Is fly fishing turning course?

My first experience of fishing was, as with many people, going fishing with my father (I don’t mean many people went fishing with MY father, I mean many people went with… you know what I mean don’t you?).

At the time he was very involved with the course fishing match scene, spending most weekends somewhere in the UK fishing a tournament.

I went on to spend many happy years fishing the rivers and lakes/ponds around where we lived, heading off into Norfolk for summer holidays and fishing the Broads. Waggler was the order of the day for fishing the slow rivers and small lakes, ledgering (and using a swing tip, remember those?) the larger rivers and lakes, stick floats on the fast moving waters and eventually giving those new fangled ‘Poles’ a go – long heavy flexible things with elastic (elastic?!?) in the end, can’t see them ever catching on…

Somewhere around my early teens we both had our first taste of fly fishing. It was fantastic. I really enjoyed the change from sitting in one place (usually freezing to death as we went fishing far more in the winter than the summer) to moving around a lake, travelling light and looking for signs of trout.

From there on in I gradually made the move from course fishing to solely fly fishing – the tackle box and rod bag are still sat in the garage, unused for more years than I care to think about.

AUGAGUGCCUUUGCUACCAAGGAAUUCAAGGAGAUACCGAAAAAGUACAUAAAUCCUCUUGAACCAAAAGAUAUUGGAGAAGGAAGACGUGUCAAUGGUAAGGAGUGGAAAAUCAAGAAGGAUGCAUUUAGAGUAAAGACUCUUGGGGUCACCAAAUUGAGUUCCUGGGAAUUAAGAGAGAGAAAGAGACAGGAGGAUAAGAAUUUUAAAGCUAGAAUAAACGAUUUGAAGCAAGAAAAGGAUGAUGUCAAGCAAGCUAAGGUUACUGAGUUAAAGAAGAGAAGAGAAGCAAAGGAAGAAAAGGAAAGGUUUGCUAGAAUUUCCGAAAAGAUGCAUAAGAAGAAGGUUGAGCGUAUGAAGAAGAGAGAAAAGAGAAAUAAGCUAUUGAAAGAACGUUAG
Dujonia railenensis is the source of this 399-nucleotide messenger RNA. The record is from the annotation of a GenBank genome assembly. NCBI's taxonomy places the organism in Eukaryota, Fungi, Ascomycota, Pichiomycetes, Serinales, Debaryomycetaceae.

Around 10 years ago things got pretty busy at home, kids on the way, work taking more of my time – the fishing seemed to go by the way side. It’s taken until the last month or two for me to get back into it again, 10 years on and I’m loving it.

One thing I have notice though, and this is something I don’t recall seeing during my last ‘stint’ of fly fishing is the way course fishing techniques are coming into the sport.

I would never class myself as a purist, I do prefer to catch fish on wet or dry flies (very rarely a lure) but I’m more than happy to give most things a try. I think I’ll draw the line at these new (or maybe not so new) tack ticks though.

The things I’m talking about are strike indicators, split shot on the line, the practice of fly (nymph or dry) fishing on long rods that you don’t cast – I read on one of the forums someone suggesting you don’t actually need a fly rod for this, and as you’re not casting you don’t really need fly line either! Why not go the whole hog and get a 13′ match rod with a fixed spool reel and tie a fly on the end of the line?

I do think there is something special about watching the leader for a twitch to indicate a trout has taken your fly, or at best (worse?) watching a dry fly with a nymph attached New Zealand style. Staring intently at a fluorescent orange ball passing down a beautifully peaceful trout stream, waiting for it to disappear is far too close to my days course fishing for my liking. And if that strike indicator is sitting above line that has lead weight attached to it, well, we might as well just finish it off and use maggots!

What do you think, am I old before my time, do I need to ring the changes and accept these as valid and proper fly fishing methods or do you agree with me?

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